A Westminster Life: The McBride saga shows the mutual feeding frenzy of press and politicians

Plus: Zero-hours gives the lie to recovery, the death of grassroots politics and family status ought not bind opinions

Chris Bryant
Saturday 21 September 2013 10:09
Damian McBridge has written a memoir about life inside Brown’s Treasury and Downing Street courts
Damian McBridge has written a memoir about life inside Brown’s Treasury and Downing Street courts

What to say about Damian McBride? I’m betting his book is as honest an expiation as he could possibly make it. It will be well written. And it will show that the press and politics are engaged in a mutually self-destructive, orgiastic feast in which we gorge ourselves on tittle-tattle and gossip and wonder why nobody buys our papers/votes for us any more. McBride briefs the Daily Mail, the Mail condemns his “poison”, the Mail pays to serialise his book, and condemns his poison again. Tangled webs.

Don’t get me wrong. Damian’s briefing undoubtedly caused entirely unnecessary pain and hurt to politicians who he considered as either permanent or temporary enemies. But outrage from journalists and editors who specialised in precisely this style of political assassination should be treated with equal contempt.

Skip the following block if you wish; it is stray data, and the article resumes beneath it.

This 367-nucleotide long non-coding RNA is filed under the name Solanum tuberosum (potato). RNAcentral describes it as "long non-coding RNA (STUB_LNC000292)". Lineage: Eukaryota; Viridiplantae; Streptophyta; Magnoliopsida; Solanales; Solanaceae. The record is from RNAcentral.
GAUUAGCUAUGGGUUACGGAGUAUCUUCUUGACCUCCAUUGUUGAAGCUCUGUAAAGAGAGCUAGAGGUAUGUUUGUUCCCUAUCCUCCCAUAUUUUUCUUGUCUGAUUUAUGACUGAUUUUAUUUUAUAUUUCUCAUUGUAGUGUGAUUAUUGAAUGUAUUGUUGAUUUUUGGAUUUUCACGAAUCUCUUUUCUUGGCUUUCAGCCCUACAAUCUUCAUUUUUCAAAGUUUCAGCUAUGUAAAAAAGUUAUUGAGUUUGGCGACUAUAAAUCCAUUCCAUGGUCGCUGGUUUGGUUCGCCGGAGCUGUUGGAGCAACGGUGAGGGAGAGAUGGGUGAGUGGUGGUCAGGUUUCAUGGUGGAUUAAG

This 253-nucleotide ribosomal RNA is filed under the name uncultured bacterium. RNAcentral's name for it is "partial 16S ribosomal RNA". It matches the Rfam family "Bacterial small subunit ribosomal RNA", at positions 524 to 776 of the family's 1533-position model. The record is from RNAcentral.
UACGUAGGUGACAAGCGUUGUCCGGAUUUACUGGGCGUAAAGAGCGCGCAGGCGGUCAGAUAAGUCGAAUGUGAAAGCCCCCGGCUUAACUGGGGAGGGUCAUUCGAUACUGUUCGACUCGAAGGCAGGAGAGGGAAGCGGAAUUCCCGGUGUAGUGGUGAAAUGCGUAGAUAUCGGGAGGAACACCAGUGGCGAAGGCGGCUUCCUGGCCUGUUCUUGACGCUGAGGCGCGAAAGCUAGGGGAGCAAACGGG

One story which I suspect won’t be in his book happened at the 2008 Labour Conference. Harriet Harman’s wonderful special adviser, Ayesha Hazarika and I were stuck in Harriet’s hotel room finishing off her speech for the next morning while she toured regional functions. At about midnight we heard transport secretary Ruth Kelly had resigned, been sacked or had otherwise accidentally fallen out of the Cabinet, and we were facing a major rewrite of the speech.

In need of fresh air we stepped out onto the balcony. Gordon Brown’s office was nearby and from the terrace above us we could hear Damian’s rasping tones ranting at some poor hack at three o’clock in the morning about the evils of his boss’s deputy, our very own Harriet. We should have been scandalised, but to be honest we just laughed and teased him about it for weeks.